I am thrilled to have the lovely Naomi from Life by Naomi. I have only recently discovered Naomi’s blog but it is fair to say that her blog has a positive impact on my home life. Thanks to her tips I am now running a more organised house! Everything (well nearly everything) now has a place. If you haven’t read Naomi’s blog before then head over and have a read. It is a brilliantly written blog with lots of useful tips and ideas. Over to Naomi.
The Mother Feminist with Naomi
Back in the 90s, there was a TV series called ‘Big Women.’ It was based on a novel by Fay Weldon, and it portrayed a feminist publishing house in the 1970s. In the opening scene, the women were putting up posters which read ‘A woman needs a man like a fish needs a bicycle.’ Even at 16, that wasn’t feminism to me. For me, feminism was the belief that women could be – and should be – equal to men, and feminism was necessary because of the historical and sociological preferential treatment of me.
As a teenager, I considered various jobs. All of them were well-respected professions. None of them were particularly ‘male’ or ‘female.’ I never felt held back by my gender; in fact, I thought that it was probably an asset as girls tend to do better than boys in school exams. Similarly at University, I never felt like I had to prove myself as a woman academically, but my course was predominantly female, so perhaps that was a factor. But academically, I always felt equal. Completing my PGCE was the first time, really, that I had to consider my gender: did I have to work harder at classroom management because I was female? Yes, I did. I didn’t have the physical presence, the louder voice, then natural banter that comes easily to many male teachers. But I did have the organisation, the attention to detail and the determination that I needed. I worked hard at my classroom presence and I worked my way up.
When I had my first baby, I returned to work part-time. My husband and I did discuss taking shared parental leave, or him reducing his hours. Although the financial difference would be minimal at that point, the implications for his future career would be more significant. So I went part time, and massively reduced my chances of promotion. But even so, I don’t think that’s a question of equality. I think that’s a question of logistics, and of which parent wants to stay at home, and of finances. When I look at my school leadership team, it’s balanced in terms of gender. Yes, the headteacher is man, but many headteachers (I’m a secondary teacher) are female. In education, I do not think gender is a barrier to success. I do think having children can be. Of the 5 women on my school leadership team, only 1 has children, and those children are grown up. Of the men, all have children.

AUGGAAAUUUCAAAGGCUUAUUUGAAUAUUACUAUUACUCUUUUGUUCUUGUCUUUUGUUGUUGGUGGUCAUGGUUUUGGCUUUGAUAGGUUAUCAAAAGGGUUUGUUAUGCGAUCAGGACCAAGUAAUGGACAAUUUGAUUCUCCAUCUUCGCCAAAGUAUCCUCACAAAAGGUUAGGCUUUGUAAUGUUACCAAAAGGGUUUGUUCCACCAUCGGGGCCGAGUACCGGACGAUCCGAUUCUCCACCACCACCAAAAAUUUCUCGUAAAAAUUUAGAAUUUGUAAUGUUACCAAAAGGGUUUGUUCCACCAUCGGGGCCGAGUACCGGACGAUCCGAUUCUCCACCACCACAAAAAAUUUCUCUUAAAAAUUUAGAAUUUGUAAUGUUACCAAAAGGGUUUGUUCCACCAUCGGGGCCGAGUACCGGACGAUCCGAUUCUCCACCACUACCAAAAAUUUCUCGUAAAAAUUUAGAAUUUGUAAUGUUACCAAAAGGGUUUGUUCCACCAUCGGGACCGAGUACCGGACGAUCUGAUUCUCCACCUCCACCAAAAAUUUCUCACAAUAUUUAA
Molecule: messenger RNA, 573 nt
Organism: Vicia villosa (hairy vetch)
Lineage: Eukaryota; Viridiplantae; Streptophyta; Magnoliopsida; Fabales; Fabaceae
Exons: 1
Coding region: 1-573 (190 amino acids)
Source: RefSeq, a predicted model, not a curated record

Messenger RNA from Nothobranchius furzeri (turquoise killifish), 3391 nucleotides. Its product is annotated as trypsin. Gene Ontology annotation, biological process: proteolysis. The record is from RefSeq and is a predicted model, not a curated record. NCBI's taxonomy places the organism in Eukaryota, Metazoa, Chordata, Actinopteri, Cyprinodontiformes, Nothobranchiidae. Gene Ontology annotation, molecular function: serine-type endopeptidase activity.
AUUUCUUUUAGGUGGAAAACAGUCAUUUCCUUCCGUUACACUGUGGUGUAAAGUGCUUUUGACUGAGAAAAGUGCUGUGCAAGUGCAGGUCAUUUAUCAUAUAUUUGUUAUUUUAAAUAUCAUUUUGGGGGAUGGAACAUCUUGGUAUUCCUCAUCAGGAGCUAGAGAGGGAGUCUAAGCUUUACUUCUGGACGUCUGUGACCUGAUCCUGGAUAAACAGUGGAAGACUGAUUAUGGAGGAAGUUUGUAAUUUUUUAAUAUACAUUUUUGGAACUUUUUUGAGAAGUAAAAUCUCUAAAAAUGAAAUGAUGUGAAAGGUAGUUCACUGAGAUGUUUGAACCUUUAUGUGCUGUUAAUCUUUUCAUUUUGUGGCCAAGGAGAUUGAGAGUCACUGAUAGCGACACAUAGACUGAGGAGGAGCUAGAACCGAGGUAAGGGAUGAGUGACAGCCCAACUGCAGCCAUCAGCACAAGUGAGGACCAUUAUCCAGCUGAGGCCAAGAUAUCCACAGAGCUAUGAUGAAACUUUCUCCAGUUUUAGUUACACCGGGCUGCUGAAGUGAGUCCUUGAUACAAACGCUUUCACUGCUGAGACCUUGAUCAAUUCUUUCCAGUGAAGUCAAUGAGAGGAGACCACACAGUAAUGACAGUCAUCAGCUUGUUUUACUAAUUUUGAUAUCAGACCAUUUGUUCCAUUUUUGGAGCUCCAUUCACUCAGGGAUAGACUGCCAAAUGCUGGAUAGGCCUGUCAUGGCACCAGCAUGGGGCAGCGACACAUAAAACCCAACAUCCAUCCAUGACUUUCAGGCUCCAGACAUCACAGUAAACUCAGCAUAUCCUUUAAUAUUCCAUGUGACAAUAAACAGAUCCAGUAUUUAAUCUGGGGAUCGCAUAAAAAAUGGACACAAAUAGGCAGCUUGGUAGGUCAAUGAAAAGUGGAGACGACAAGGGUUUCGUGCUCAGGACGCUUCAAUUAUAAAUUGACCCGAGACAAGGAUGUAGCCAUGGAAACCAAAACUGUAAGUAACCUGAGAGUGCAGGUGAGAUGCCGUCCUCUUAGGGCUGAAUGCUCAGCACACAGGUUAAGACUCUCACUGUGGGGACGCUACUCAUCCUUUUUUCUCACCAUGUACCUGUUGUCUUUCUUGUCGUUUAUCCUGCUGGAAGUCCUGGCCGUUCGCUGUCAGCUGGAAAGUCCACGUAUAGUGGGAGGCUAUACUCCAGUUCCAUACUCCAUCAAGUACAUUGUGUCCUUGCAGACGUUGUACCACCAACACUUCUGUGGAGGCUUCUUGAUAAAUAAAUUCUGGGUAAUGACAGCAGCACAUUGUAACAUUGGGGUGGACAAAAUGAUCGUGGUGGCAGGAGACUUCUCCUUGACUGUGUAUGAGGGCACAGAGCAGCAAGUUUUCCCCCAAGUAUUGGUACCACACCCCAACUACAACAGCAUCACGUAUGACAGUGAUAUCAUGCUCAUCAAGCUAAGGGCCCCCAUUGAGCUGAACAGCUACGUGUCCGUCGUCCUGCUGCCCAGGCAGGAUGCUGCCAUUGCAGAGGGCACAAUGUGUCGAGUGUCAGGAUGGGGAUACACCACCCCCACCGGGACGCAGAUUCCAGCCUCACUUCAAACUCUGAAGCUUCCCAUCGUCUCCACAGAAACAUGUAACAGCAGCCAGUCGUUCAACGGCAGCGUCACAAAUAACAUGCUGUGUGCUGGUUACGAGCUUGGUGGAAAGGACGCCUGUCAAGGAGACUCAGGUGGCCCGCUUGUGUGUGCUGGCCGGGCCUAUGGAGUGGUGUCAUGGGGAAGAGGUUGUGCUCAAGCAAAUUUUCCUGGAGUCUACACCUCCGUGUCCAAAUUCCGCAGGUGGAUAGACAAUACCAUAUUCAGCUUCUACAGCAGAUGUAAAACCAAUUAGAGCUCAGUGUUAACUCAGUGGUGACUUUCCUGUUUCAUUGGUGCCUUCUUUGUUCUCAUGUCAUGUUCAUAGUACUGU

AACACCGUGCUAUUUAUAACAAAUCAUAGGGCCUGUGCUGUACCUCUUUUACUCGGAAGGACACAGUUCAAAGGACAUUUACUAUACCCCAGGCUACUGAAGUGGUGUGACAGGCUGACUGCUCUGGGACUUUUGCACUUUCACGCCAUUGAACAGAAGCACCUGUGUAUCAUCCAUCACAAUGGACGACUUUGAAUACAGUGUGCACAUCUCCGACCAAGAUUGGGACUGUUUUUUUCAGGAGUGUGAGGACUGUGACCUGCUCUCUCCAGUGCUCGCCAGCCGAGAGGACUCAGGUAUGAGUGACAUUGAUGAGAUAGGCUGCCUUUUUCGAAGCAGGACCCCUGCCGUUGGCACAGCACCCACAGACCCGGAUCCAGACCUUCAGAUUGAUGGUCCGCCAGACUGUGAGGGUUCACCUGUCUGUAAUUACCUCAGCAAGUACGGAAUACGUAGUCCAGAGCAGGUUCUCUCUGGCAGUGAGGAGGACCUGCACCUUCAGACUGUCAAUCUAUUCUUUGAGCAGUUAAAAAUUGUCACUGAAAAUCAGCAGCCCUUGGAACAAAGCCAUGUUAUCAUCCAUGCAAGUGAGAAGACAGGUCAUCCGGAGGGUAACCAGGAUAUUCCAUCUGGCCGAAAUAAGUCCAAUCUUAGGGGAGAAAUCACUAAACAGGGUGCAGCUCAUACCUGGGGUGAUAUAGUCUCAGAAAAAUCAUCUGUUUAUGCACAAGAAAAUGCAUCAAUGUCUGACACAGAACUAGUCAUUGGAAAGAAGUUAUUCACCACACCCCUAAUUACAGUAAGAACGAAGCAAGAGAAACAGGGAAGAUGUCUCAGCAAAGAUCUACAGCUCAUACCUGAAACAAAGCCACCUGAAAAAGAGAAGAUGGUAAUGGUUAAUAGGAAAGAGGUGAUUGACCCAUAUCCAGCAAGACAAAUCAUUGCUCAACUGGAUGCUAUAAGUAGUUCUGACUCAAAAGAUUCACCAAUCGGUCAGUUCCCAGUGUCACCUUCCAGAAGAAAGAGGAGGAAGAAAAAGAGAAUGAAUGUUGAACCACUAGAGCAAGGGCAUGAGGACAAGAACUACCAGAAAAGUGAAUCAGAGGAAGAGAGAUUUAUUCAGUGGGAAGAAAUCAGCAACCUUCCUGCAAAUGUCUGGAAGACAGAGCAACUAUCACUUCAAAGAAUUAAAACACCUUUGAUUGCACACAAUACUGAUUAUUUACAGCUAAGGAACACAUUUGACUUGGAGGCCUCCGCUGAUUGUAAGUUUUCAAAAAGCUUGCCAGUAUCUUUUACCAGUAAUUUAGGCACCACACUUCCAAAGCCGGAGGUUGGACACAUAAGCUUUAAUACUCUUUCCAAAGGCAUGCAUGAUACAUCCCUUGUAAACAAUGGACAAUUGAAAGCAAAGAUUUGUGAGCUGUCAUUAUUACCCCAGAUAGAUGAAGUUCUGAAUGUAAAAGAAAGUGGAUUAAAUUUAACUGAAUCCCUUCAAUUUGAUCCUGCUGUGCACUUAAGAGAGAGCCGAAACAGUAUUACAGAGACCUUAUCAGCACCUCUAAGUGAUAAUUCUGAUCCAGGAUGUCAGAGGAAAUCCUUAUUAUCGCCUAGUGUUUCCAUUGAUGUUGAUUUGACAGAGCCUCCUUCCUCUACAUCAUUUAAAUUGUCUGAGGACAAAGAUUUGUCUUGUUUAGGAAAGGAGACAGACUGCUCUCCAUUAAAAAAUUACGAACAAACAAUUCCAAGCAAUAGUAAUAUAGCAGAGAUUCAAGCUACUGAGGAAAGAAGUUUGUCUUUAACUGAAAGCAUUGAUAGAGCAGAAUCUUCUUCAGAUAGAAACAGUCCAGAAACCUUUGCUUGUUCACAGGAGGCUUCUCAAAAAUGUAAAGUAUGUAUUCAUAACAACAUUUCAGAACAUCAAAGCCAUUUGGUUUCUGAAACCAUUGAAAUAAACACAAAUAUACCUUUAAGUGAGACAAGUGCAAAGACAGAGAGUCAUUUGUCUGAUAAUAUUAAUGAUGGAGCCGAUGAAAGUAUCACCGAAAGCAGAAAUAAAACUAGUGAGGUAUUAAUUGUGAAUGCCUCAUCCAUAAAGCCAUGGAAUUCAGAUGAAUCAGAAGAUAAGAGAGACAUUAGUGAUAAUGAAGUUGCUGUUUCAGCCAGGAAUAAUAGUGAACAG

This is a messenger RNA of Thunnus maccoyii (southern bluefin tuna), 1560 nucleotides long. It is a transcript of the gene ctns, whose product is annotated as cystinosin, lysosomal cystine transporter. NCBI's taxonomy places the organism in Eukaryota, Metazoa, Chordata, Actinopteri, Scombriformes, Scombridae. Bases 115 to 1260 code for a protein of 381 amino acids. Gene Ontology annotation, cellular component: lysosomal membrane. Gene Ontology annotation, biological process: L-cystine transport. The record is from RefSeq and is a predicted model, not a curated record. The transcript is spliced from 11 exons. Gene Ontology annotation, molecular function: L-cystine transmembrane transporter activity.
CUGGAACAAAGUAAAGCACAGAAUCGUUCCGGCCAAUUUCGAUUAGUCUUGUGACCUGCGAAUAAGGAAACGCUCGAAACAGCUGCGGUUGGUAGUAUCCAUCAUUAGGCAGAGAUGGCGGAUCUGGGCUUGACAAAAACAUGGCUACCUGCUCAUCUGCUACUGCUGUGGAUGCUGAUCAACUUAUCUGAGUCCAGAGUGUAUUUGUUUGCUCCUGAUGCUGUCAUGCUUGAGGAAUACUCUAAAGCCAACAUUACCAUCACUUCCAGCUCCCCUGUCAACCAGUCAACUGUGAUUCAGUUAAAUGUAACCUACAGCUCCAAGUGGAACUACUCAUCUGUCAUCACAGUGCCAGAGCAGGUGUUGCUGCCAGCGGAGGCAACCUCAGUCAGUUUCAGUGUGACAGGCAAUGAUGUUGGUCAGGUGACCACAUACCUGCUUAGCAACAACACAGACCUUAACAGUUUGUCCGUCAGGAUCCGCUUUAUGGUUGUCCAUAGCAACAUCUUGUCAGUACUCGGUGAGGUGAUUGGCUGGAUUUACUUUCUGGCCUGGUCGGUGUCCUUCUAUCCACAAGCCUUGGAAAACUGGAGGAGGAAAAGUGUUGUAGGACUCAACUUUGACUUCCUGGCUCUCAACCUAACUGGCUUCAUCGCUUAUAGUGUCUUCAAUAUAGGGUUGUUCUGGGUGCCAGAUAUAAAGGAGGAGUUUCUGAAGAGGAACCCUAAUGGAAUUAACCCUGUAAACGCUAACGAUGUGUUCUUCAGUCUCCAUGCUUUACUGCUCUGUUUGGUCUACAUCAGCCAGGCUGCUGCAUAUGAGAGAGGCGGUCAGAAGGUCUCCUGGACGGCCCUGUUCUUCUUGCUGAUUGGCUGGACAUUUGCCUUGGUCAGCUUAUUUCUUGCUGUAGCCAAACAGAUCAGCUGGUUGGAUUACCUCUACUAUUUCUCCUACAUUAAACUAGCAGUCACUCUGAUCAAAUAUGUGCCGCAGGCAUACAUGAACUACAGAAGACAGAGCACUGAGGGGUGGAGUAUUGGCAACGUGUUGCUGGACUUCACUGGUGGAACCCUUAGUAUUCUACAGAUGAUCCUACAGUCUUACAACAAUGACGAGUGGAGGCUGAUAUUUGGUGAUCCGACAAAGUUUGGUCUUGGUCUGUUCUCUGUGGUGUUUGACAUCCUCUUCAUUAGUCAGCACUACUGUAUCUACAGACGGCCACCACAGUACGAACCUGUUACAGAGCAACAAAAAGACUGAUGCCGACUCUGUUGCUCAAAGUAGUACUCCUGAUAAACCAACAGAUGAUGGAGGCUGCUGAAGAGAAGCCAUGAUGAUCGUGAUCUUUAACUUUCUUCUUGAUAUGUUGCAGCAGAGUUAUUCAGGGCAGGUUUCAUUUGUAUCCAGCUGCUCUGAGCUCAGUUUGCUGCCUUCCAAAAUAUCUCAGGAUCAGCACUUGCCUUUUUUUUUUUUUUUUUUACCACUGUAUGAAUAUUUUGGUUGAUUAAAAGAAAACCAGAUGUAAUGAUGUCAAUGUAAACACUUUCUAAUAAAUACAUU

So do I like the term ‘feminism’? Honestly? Not really. I prefer ‘equality.’ I understand the need for feminism, and yes, I’d call myself a feminist in that I realise things aren’t equal in so many professions and for so many women. More importantly, I work with teenagers. And in those teenagers, I don’t see the strong, confident young women excelling in the way that I saw in the 1990s. I see girls who are afraid to speak out in class. I see young women who are terrified of others seeing them without make up. I think, in teenage circles, it’s acceptable for boys to grab girls as a way of flirting with them. As their teacher, I see it as my responsibility to challenge these views. Today’s teenagers are tomorrow’s adults, and I don’t want to see equality move further and further away. I don’t want to see teenage boys looking to the US President and thinking that is must be ok to just ‘grab’ girls. I want girls to know that they can have every single opportunity that boys have.